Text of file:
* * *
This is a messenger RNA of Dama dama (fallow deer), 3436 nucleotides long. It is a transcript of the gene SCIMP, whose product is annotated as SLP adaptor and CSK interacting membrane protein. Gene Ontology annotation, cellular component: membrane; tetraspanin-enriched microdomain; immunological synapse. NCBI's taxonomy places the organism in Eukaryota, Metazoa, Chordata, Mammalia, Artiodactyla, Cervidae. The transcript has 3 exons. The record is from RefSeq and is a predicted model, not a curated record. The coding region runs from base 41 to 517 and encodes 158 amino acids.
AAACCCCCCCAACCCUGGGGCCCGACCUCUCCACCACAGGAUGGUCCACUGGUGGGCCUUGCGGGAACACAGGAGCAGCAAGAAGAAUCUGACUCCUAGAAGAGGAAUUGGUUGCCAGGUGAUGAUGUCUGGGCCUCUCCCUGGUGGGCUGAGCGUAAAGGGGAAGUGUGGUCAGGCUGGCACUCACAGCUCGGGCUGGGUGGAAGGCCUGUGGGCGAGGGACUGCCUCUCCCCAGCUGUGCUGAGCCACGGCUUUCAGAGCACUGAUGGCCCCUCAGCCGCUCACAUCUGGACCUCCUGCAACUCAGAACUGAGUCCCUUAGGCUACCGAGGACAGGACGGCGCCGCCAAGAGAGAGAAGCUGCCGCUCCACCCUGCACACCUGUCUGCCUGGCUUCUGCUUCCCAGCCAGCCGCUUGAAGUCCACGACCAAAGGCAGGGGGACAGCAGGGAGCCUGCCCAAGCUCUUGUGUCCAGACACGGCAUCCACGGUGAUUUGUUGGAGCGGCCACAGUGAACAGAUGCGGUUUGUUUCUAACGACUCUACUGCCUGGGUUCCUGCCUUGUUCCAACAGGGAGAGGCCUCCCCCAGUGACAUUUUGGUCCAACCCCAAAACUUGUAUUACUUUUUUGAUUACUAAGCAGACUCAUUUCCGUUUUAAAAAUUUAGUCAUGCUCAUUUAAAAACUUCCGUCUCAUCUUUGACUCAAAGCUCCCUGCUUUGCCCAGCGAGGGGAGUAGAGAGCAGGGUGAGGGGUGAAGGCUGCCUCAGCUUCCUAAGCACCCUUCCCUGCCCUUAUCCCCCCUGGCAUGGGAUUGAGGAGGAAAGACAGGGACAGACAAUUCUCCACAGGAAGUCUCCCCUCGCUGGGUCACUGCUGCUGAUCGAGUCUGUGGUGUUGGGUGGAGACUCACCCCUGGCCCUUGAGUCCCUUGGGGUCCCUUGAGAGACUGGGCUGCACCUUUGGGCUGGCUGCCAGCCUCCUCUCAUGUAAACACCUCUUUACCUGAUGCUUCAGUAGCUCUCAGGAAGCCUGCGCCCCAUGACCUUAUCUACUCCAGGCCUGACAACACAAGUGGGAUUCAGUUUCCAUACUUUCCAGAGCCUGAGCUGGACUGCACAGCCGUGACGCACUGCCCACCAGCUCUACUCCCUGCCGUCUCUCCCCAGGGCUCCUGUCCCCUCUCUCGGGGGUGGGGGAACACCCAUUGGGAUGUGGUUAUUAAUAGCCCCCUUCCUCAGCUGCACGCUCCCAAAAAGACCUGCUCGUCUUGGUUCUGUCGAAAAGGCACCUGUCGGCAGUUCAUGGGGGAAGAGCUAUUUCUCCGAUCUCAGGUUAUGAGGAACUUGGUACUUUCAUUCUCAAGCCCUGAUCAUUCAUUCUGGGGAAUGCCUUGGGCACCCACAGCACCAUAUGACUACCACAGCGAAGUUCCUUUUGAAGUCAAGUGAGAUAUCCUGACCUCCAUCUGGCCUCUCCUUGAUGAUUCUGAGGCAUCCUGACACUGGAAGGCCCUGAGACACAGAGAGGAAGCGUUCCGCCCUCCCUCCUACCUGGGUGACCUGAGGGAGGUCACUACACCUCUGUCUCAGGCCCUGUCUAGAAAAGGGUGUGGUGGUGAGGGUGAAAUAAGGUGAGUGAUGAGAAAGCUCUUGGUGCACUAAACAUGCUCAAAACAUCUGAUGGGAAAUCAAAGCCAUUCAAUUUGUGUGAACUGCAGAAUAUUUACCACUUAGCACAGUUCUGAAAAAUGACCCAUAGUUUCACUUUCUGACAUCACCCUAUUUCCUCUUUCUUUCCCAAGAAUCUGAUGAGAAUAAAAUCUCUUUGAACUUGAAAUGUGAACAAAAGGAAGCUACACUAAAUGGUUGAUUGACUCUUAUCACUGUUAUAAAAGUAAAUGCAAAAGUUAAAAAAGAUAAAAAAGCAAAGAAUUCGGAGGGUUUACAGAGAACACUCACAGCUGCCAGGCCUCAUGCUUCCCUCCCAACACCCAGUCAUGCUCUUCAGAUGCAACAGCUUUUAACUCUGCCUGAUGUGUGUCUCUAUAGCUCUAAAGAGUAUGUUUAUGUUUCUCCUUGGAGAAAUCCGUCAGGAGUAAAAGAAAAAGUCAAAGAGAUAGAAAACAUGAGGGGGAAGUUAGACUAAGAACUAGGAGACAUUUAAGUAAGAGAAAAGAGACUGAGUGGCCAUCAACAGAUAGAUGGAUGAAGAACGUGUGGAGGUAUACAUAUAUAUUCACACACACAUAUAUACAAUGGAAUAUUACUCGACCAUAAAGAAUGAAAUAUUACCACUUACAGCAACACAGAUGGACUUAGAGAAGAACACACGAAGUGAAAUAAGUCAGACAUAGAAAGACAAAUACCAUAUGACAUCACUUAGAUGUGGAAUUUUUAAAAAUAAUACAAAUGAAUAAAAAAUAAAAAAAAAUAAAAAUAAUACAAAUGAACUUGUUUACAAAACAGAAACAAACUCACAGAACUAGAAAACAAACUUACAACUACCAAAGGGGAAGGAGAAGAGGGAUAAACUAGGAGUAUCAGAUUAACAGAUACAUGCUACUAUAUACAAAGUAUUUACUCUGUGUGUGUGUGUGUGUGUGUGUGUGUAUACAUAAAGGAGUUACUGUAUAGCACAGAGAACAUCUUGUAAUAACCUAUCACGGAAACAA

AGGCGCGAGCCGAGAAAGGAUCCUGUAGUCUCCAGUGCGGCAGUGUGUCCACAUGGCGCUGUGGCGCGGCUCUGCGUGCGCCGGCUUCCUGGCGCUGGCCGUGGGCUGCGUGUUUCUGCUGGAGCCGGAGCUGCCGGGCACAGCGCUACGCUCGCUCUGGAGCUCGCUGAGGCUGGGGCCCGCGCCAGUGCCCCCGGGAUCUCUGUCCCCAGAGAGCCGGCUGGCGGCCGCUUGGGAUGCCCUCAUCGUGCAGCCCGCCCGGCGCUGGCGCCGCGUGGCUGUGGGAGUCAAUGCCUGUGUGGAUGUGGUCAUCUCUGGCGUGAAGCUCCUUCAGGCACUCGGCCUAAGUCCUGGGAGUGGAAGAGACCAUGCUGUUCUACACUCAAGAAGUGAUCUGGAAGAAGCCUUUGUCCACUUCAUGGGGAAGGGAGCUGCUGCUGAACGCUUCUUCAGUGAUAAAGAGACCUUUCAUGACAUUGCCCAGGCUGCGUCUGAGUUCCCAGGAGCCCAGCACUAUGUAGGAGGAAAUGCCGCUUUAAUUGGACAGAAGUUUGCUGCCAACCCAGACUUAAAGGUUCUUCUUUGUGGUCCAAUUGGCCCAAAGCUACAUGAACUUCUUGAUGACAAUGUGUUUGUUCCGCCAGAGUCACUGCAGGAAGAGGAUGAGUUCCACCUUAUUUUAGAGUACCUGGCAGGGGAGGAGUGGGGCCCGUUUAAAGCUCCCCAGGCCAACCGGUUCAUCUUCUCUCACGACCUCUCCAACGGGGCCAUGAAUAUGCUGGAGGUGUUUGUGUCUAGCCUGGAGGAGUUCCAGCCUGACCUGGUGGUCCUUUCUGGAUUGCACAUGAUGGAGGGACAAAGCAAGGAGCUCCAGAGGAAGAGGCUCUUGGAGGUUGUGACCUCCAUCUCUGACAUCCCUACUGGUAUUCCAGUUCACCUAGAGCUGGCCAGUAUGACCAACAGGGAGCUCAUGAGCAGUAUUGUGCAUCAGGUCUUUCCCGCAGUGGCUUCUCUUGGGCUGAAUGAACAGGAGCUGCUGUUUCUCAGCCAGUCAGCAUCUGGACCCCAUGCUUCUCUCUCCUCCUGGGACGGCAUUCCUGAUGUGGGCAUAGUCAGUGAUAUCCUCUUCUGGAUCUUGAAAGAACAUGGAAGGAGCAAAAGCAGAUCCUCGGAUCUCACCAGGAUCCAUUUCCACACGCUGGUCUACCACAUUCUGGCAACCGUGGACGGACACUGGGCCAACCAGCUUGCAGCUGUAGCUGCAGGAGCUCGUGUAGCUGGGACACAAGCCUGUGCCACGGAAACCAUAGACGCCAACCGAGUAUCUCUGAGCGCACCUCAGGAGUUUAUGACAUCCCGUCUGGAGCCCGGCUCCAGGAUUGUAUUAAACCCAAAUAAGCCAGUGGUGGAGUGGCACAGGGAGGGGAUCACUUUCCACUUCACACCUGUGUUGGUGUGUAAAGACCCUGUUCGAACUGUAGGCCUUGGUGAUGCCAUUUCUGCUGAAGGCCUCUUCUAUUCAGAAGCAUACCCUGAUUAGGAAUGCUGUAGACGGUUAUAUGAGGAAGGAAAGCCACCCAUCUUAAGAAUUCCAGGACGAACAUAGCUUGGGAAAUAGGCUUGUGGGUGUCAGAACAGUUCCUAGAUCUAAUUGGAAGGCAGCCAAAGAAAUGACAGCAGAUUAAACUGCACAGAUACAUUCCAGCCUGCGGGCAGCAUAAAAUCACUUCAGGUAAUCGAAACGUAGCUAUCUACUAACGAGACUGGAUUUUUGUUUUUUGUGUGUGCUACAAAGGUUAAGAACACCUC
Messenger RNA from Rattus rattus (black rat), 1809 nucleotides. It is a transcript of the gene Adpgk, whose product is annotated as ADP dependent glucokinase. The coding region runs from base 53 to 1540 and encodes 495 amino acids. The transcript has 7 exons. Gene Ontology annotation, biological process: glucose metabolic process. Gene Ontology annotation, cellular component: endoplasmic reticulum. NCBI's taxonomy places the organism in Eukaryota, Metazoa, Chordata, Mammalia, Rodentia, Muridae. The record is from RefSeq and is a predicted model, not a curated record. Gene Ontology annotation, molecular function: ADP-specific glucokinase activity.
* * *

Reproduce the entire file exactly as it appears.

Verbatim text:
This is a messenger RNA of Dama dama (fallow deer), 3436 nucleotides long. It is a transcript of the gene SCIMP, whose product is annotated as SLP adaptor and CSK interacting membrane protein. Gene Ontology annotation, cellular component: membrane; tetraspanin-enriched microdomain; immunological synapse. NCBI's taxonomy places the organism in Eukaryota, Metazoa, Chordata, Mammalia, Artiodactyla, Cervidae. The transcript has 3 exons. The record is from RefSeq and is a predicted model, not a curated record. The coding region runs from base 41 to 517 and encodes 158 amino acids.
AAACCCCCCCAACCCUGGGGCCCGACCUCUCCACCACAGGAUGGUCCACUGGUGGGCCUUGCGGGAACACAGGAGCAGCAAGAAGAAUCUGACUCCUAGAAGAGGAAUUGGUUGCCAGGUGAUGAUGUCUGGGCCUCUCCCUGGUGGGCUGAGCGUAAAGGGGAAGUGUGGUCAGGCUGGCACUCACAGCUCGGGCUGGGUGGAAGGCCUGUGGGCGAGGGACUGCCUCUCCCCAGCUGUGCUGAGCCACGGCUUUCAGAGCACUGAUGGCCCCUCAGCCGCUCACAUCUGGACCUCCUGCAACUCAGAACUGAGUCCCUUAGGCUACCGAGGACAGGACGGCGCCGCCAAGAGAGAGAAGCUGCCGCUCCACCCUGCACACCUGUCUGCCUGGCUUCUGCUUCCCAGCCAGCCGCUUGAAGUCCACGACCAAAGGCAGGGGGACAGCAGGGAGCCUGCCCAAGCUCUUGUGUCCAGACACGGCAUCCACGGUGAUUUGUUGGAGCGGCCACAGUGAACAGAUGCGGUUUGUUUCUAACGACUCUACUGCCUGGGUUCCUGCCUUGUUCCAACAGGGAGAGGCCUCCCCCAGUGACAUUUUGGUCCAACCCCAAAACUUGUAUUACUUUUUUGAUUACUAAGCAGACUCAUUUCCGUUUUAAAAAUUUAGUCAUGCUCAUUUAAAAACUUCCGUCUCAUCUUUGACUCAAAGCUCCCUGCUUUGCCCAGCGAGGGGAGUAGAGAGCAGGGUGAGGGGUGAAGGCUGCCUCAGCUUCCUAAGCACCCUUCCCUGCCCUUAUCCCCCCUGGCAUGGGAUUGAGGAGGAAAGACAGGGACAGACAAUUCUCCACAGGAAGUCUCCCCUCGCUGGGUCACUGCUGCUGAUCGAGUCUGUGGUGUUGGGUGGAGACUCACCCCUGGCCCUUGAGUCCCUUGGGGUCCCUUGAGAGACUGGGCUGCACCUUUGGGCUGGCUGCCAGCCUCCUCUCAUGUAAACACCUCUUUACCUGAUGCUUCAGUAGCUCUCAGGAAGCCUGCGCCCCAUGACCUUAUCUACUCCAGGCCUGACAACACAAGUGGGAUUCAGUUUCCAUACUUUCCAGAGCCUGAGCUGGACUGCACAGCCGUGACGCACUGCCCACCAGCUCUACUCCCUGCCGUCUCUCCCCAGGGCUCCUGUCCCCUCUCUCGGGGGUGGGGGAACACCCAUUGGGAUGUGGUUAUUAAUAGCCCCCUUCCUCAGCUGCACGCUCCCAAAAAGACCUGCUCGUCUUGGUUCUGUCGAAAAGGCACCUGUCGGCAGUUCAUGGGGGAAGAGCUAUUUCUCCGAUCUCAGGUUAUGAGGAACUUGGUACUUUCAUUCUCAAGCCCUGAUCAUUCAUUCUGGGGAAUGCCUUGGGCACCCACAGCACCAUAUGACUACCACAGCGAAGUUCCUUUUGAAGUCAAGUGAGAUAUCCUGACCUCCAUCUGGCCUCUCCUUGAUGAUUCUGAGGCAUCCUGACACUGGAAGGCCCUGAGACACAGAGAGGAAGCGUUCCGCCCUCCCUCCUACCUGGGUGACCUGAGGGAGGUCACUACACCUCUGUCUCAGGCCCUGUCUAGAAAAGGGUGUGGUGGUGAGGGUGAAAUAAGGUGAGUGAUGAGAAAGCUCUUGGUGCACUAAACAUGCUCAAAACAUCUGAUGGGAAAUCAAAGCCAUUCAAUUUGUGUGAACUGCAGAAUAUUUACCACUUAGCACAGUUCUGAAAAAUGACCCAUAGUUUCACUUUCUGACAUCACCCUAUUUCCUCUUUCUUUCCCAAGAAUCUGAUGAGAAUAAAAUCUCUUUGAACUUGAAAUGUGAACAAAAGGAAGCUACACUAAAUGGUUGAUUGACUCUUAUCACUGUUAUAAAAGUAAAUGCAAAAGUUAAAAAAGAUAAAAAAGCAAAGAAUUCGGAGGGUUUACAGAGAACACUCACAGCUGCCAGGCCUCAUGCUUCCCUCCCAACACCCAGUCAUGCUCUUCAGAUGCAACAGCUUUUAACUCUGCCUGAUGUGUGUCUCUAUAGCUCUAAAGAGUAUGUUUAUGUUUCUCCUUGGAGAAAUCCGUCAGGAGUAAAAGAAAAAGUCAAAGAGAUAGAAAACAUGAGGGGGAAGUUAGACUAAGAACUAGGAGACAUUUAAGUAAGAGAAAAGAGACUGAGUGGCCAUCAACAGAUAGAUGGAUGAAGAACGUGUGGAGGUAUACAUAUAUAUUCACACACACAUAUAUACAAUGGAAUAUUACUCGACCAUAAAGAAUGAAAUAUUACCACUUACAGCAACACAGAUGGACUUAGAGAAGAACACACGAAGUGAAAUAAGUCAGACAUAGAAAGACAAAUACCAUAUGACAUCACUUAGAUGUGGAAUUUUUAAAAAUAAUACAAAUGAAUAAAAAAUAAAAAAAAAUAAAAAUAAUACAAAUGAACUUGUUUACAAAACAGAAACAAACUCACAGAACUAGAAAACAAACUUACAACUACCAAAGGGGAAGGAGAAGAGGGAUAAACUAGGAGUAUCAGAUUAACAGAUACAUGCUACUAUAUACAAAGUAUUUACUCUGUGUGUGUGUGUGUGUGUGUGUGUGUAUACAUAAAGGAGUUACUGUAUAGCACAGAGAACAUCUUGUAAUAACCUAUCACGGAAACAA

AGGCGCGAGCCGAGAAAGGAUCCUGUAGUCUCCAGUGCGGCAGUGUGUCCACAUGGCGCUGUGGCGCGGCUCUGCGUGCGCCGGCUUCCUGGCGCUGGCCGUGGGCUGCGUGUUUCUGCUGGAGCCGGAGCUGCCGGGCACAGCGCUACGCUCGCUCUGGAGCUCGCUGAGGCUGGGGCCCGCGCCAGUGCCCCCGGGAUCUCUGUCCCCAGAGAGCCGGCUGGCGGCCGCUUGGGAUGCCCUCAUCGUGCAGCCCGCCCGGCGCUGGCGCCGCGUGGCUGUGGGAGUCAAUGCCUGUGUGGAUGUGGUCAUCUCUGGCGUGAAGCUCCUUCAGGCACUCGGCCUAAGUCCUGGGAGUGGAAGAGACCAUGCUGUUCUACACUCAAGAAGUGAUCUGGAAGAAGCCUUUGUCCACUUCAUGGGGAAGGGAGCUGCUGCUGAACGCUUCUUCAGUGAUAAAGAGACCUUUCAUGACAUUGCCCAGGCUGCGUCUGAGUUCCCAGGAGCCCAGCACUAUGUAGGAGGAAAUGCCGCUUUAAUUGGACAGAAGUUUGCUGCCAACCCAGACUUAAAGGUUCUUCUUUGUGGUCCAAUUGGCCCAAAGCUACAUGAACUUCUUGAUGACAAUGUGUUUGUUCCGCCAGAGUCACUGCAGGAAGAGGAUGAGUUCCACCUUAUUUUAGAGUACCUGGCAGGGGAGGAGUGGGGCCCGUUUAAAGCUCCCCAGGCCAACCGGUUCAUCUUCUCUCACGACCUCUCCAACGGGGCCAUGAAUAUGCUGGAGGUGUUUGUGUCUAGCCUGGAGGAGUUCCAGCCUGACCUGGUGGUCCUUUCUGGAUUGCACAUGAUGGAGGGACAAAGCAAGGAGCUCCAGAGGAAGAGGCUCUUGGAGGUUGUGACCUCCAUCUCUGACAUCCCUACUGGUAUUCCAGUUCACCUAGAGCUGGCCAGUAUGACCAACAGGGAGCUCAUGAGCAGUAUUGUGCAUCAGGUCUUUCCCGCAGUGGCUUCUCUUGGGCUGAAUGAACAGGAGCUGCUGUUUCUCAGCCAGUCAGCAUCUGGACCCCAUGCUUCUCUCUCCUCCUGGGACGGCAUUCCUGAUGUGGGCAUAGUCAGUGAUAUCCUCUUCUGGAUCUUGAAAGAACAUGGAAGGAGCAAAAGCAGAUCCUCGGAUCUCACCAGGAUCCAUUUCCACACGCUGGUCUACCACAUUCUGGCAACCGUGGACGGACACUGGGCCAACCAGCUUGCAGCUGUAGCUGCAGGAGCUCGUGUAGCUGGGACACAAGCCUGUGCCACGGAAACCAUAGACGCCAACCGAGUAUCUCUGAGCGCACCUCAGGAGUUUAUGACAUCCCGUCUGGAGCCCGGCUCCAGGAUUGUAUUAAACCCAAAUAAGCCAGUGGUGGAGUGGCACAGGGAGGGGAUCACUUUCCACUUCACACCUGUGUUGGUGUGUAAAGACCCUGUUCGAACUGUAGGCCUUGGUGAUGCCAUUUCUGCUGAAGGCCUCUUCUAUUCAGAAGCAUACCCUGAUUAGGAAUGCUGUAGACGGUUAUAUGAGGAAGGAAAGCCACCCAUCUUAAGAAUUCCAGGACGAACAUAGCUUGGGAAAUAGGCUUGUGGGUGUCAGAACAGUUCCUAGAUCUAAUUGGAAGGCAGCCAAAGAAAUGACAGCAGAUUAAACUGCACAGAUACAUUCCAGCCUGCGGGCAGCAUAAAAUCACUUCAGGUAAUCGAAACGUAGCUAUCUACUAACGAGACUGGAUUUUUGUUUUUUGUGUGUGCUACAAAGGUUAAGAACACCUC
Messenger RNA from Rattus rattus (black rat), 1809 nucleotides. It is a transcript of the gene Adpgk, whose product is annotated as ADP dependent glucokinase. The coding region runs from base 53 to 1540 and encodes 495 amino acids. The transcript has 7 exons. Gene Ontology annotation, biological process: glucose metabolic process. Gene Ontology annotation, cellular component: endoplasmic reticulum. NCBI's taxonomy places the organism in Eukaryota, Metazoa, Chordata, Mammalia, Rodentia, Muridae. The record is from RefSeq and is a predicted model, not a curated record. Gene Ontology annotation, molecular function: ADP-specific glucokinase activity.